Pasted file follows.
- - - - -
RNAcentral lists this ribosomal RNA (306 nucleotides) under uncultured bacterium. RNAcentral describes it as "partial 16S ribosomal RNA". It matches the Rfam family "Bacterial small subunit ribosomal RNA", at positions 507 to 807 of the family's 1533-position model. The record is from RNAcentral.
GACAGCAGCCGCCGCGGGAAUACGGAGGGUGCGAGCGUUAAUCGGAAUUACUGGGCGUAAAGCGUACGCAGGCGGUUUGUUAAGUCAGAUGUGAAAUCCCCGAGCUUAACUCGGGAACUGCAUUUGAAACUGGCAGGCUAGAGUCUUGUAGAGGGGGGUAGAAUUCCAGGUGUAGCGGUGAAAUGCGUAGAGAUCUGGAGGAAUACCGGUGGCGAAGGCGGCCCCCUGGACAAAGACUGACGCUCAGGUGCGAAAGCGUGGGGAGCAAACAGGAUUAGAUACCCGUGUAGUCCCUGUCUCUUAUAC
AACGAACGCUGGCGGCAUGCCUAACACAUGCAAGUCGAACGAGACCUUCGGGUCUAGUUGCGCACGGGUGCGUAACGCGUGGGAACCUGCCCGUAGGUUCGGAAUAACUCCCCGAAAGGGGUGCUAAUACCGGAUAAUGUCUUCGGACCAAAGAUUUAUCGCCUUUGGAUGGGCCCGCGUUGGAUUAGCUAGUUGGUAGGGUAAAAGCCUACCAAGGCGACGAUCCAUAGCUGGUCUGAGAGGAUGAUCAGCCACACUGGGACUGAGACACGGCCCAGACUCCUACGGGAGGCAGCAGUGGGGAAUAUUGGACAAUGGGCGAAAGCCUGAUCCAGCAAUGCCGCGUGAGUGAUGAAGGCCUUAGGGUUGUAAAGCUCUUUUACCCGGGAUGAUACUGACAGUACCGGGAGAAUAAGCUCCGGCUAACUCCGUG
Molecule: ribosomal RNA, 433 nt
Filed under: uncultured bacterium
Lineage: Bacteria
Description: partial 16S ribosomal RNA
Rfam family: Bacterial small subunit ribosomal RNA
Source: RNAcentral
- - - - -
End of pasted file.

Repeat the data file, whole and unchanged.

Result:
RNAcentral lists this ribosomal RNA (306 nucleotides) under uncultured bacterium. RNAcentral describes it as "partial 16S ribosomal RNA". It matches the Rfam family "Bacterial small subunit ribosomal RNA", at positions 507 to 807 of the family's 1533-position model. The record is from RNAcentral.
GACAGCAGCCGCCGCGGGAAUACGGAGGGUGCGAGCGUUAAUCGGAAUUACUGGGCGUAAAGCGUACGCAGGCGGUUUGUUAAGUCAGAUGUGAAAUCCCCGAGCUUAACUCGGGAACUGCAUUUGAAACUGGCAGGCUAGAGUCUUGUAGAGGGGGGUAGAAUUCCAGGUGUAGCGGUGAAAUGCGUAGAGAUCUGGAGGAAUACCGGUGGCGAAGGCGGCCCCCUGGACAAAGACUGACGCUCAGGUGCGAAAGCGUGGGGAGCAAACAGGAUUAGAUACCCGUGUAGUCCCUGUCUCUUAUAC
AACGAACGCUGGCGGCAUGCCUAACACAUGCAAGUCGAACGAGACCUUCGGGUCUAGUUGCGCACGGGUGCGUAACGCGUGGGAACCUGCCCGUAGGUUCGGAAUAACUCCCCGAAAGGGGUGCUAAUACCGGAUAAUGUCUUCGGACCAAAGAUUUAUCGCCUUUGGAUGGGCCCGCGUUGGAUUAGCUAGUUGGUAGGGUAAAAGCCUACCAAGGCGACGAUCCAUAGCUGGUCUGAGAGGAUGAUCAGCCACACUGGGACUGAGACACGGCCCAGACUCCUACGGGAGGCAGCAGUGGGGAAUAUUGGACAAUGGGCGAAAGCCUGAUCCAGCAAUGCCGCGUGAGUGAUGAAGGCCUUAGGGUUGUAAAGCUCUUUUACCCGGGAUGAUACUGACAGUACCGGGAGAAUAAGCUCCGGCUAACUCCGUG
Molecule: ribosomal RNA, 433 nt
Filed under: uncultured bacterium
Lineage: Bacteria
Description: partial 16S ribosomal RNA
Rfam family: Bacterial small subunit ribosomal RNA
Source: RNAcentral